OTC Topical Pain Relievers Can Cause Dangerous Reactions, Say Regulators
Posted 14 September 2012 | By
Regulators with the US Food and Drug Administration (FDA) have sent out a warning to consumers indicating that over-the-counter topical pain relievers such as BENGAY and Icy Hot have in some cases led to dangerous skin reactions.
After receiving numerous reports of consumers suffering mild to severe chemical burns from products containing menthol, methyl salicylate or capsaicin, FDA said it had combed its adverse event reporting databases and found 43 cases in which a patient had received burns after using the product. Some of these burns required hospitalization, FDA said, and some patients received burns after just a single use.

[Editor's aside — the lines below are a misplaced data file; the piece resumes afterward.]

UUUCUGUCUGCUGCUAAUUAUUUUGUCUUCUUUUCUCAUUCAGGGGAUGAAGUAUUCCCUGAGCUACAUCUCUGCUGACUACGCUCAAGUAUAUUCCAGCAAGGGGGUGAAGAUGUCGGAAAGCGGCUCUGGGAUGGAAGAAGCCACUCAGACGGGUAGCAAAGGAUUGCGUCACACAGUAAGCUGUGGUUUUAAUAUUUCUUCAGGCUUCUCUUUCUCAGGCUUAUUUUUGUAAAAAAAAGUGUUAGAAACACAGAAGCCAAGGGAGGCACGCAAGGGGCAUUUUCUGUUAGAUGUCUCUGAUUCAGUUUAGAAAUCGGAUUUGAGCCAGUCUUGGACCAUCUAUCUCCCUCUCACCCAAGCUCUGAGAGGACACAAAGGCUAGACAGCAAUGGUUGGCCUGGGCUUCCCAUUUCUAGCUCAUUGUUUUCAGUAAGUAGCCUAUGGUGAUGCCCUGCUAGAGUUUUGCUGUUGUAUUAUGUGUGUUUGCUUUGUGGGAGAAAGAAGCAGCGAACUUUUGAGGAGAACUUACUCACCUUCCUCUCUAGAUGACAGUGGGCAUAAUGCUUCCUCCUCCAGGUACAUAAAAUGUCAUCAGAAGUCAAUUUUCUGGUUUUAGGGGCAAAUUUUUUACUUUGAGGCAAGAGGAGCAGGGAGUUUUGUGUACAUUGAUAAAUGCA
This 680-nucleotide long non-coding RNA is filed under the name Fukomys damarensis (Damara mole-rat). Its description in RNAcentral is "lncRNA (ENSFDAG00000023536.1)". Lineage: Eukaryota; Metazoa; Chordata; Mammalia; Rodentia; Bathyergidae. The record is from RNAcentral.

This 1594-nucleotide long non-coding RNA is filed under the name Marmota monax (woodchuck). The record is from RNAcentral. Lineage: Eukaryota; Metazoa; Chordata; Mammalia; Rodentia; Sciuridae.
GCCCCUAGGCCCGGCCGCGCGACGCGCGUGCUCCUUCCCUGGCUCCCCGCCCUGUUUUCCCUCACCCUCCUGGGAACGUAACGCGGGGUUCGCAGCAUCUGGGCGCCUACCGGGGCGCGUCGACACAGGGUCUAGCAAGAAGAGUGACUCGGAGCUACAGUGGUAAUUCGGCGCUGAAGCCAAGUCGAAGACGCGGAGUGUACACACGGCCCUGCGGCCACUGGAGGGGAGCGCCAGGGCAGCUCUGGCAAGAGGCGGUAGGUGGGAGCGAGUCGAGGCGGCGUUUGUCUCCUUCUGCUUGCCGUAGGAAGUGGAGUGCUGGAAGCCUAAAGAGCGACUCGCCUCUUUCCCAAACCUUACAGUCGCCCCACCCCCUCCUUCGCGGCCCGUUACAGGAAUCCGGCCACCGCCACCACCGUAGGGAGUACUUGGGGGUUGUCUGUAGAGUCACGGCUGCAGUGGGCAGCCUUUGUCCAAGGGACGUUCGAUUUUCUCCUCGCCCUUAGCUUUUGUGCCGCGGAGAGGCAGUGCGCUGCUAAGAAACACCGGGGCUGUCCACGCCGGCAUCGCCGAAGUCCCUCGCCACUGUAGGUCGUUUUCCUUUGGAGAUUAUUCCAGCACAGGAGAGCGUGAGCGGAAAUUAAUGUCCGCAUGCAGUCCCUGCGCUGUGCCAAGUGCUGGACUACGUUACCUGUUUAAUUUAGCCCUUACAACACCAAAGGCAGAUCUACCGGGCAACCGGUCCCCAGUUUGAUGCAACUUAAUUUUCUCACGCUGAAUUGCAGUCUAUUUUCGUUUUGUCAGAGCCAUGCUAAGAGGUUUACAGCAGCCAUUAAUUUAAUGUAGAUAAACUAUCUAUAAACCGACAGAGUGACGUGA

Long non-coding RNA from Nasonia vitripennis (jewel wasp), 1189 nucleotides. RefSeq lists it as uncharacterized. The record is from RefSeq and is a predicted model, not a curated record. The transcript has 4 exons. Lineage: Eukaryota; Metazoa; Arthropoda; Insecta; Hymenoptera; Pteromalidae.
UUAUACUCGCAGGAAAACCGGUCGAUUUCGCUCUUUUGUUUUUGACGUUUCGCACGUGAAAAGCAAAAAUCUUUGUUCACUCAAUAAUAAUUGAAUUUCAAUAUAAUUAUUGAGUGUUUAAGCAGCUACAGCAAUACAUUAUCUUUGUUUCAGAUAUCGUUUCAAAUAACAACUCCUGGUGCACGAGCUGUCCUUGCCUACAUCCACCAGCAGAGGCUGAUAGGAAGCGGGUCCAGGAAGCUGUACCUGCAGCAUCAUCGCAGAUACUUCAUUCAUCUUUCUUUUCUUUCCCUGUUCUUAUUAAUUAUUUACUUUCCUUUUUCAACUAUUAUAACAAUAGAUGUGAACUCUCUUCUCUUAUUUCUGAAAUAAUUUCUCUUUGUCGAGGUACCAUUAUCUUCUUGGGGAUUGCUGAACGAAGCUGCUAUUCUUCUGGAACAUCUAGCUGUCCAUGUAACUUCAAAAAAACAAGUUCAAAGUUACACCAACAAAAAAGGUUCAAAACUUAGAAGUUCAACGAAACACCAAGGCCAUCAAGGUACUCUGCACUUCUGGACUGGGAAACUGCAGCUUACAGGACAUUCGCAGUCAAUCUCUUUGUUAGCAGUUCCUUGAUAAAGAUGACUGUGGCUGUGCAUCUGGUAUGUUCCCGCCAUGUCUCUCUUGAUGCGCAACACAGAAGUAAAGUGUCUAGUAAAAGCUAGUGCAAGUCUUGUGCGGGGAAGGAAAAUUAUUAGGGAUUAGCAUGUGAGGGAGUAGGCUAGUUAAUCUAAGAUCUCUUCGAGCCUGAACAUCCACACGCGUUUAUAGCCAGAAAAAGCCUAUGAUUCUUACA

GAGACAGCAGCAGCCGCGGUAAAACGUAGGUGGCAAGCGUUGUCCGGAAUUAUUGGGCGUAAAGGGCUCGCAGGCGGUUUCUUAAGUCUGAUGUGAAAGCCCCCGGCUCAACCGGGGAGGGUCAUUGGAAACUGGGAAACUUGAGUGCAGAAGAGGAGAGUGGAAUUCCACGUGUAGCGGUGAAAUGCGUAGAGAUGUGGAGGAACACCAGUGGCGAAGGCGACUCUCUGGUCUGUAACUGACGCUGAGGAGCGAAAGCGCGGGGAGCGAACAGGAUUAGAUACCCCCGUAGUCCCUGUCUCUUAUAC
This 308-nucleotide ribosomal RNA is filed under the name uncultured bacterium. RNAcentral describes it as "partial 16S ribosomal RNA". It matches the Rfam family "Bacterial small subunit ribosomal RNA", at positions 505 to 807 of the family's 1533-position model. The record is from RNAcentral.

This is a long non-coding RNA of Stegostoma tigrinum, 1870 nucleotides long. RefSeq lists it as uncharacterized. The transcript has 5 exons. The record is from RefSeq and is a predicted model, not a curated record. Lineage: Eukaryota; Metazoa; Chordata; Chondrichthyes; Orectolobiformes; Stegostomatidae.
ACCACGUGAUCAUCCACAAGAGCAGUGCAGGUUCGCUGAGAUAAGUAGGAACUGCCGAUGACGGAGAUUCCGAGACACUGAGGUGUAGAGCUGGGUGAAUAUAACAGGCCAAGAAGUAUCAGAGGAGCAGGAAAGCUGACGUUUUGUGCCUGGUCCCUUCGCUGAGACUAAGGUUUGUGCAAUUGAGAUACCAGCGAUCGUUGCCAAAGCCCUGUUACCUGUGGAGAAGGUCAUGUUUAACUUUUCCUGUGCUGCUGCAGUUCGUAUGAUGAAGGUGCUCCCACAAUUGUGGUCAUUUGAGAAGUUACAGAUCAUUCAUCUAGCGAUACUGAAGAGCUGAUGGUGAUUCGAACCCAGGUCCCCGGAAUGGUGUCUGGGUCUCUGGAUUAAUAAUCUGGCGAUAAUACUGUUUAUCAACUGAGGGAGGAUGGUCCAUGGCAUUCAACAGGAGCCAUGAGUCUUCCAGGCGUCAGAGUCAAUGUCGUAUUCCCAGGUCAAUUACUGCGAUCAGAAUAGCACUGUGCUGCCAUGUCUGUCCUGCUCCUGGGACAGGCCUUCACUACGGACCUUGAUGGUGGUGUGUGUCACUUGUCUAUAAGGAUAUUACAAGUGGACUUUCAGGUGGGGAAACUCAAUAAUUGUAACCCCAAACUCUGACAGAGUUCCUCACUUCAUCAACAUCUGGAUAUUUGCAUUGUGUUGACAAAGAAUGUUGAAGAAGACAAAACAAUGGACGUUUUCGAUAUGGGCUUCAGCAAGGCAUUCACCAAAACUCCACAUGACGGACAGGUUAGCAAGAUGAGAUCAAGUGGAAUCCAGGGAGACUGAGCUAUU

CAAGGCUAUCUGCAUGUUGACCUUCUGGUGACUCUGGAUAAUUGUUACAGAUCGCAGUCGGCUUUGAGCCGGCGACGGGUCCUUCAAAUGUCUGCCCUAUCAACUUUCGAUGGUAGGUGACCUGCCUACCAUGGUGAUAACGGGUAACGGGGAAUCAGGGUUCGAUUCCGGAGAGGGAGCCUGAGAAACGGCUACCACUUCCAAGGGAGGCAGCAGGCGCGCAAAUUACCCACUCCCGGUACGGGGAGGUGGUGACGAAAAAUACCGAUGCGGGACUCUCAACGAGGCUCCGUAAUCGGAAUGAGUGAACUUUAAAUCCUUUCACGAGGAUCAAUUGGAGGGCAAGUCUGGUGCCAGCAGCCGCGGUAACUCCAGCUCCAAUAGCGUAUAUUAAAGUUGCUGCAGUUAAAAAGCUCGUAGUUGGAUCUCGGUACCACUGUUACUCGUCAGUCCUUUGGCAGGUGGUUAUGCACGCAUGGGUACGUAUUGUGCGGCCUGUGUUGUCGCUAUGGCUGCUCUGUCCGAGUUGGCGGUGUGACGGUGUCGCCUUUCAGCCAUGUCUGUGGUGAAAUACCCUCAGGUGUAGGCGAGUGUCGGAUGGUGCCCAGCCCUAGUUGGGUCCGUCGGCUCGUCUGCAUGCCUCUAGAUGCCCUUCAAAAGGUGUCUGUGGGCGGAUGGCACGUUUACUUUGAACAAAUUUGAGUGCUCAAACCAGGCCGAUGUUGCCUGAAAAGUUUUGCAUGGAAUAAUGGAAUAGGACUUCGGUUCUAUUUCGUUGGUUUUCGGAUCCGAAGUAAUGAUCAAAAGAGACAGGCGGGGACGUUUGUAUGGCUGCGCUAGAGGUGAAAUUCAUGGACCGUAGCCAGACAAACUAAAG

Though menthol was most strongly associated with the majority of reactions, FDA said both methyl salicylate and capsaicin were also associated with reactions, though fewer in number.
Regulators cautioned consumers not to use the products on damaged skin, wounds, irritated skin, or mucous membranes, and urged healthcare practitioners to be vigilant.
Products approved for over-the-counter use are generally regarded as safe for consumers to use without a doctor's supervision, though some products have received additional warnings since being made available to millions of consumers and used in ways that their manufacturers do not always intend. Products containing ibuprofen, for instance, have been subject to warnings in recent years regarding liver toxicity in patients who take the OTC painkiller in higher doses or for longer periods of time than recommended.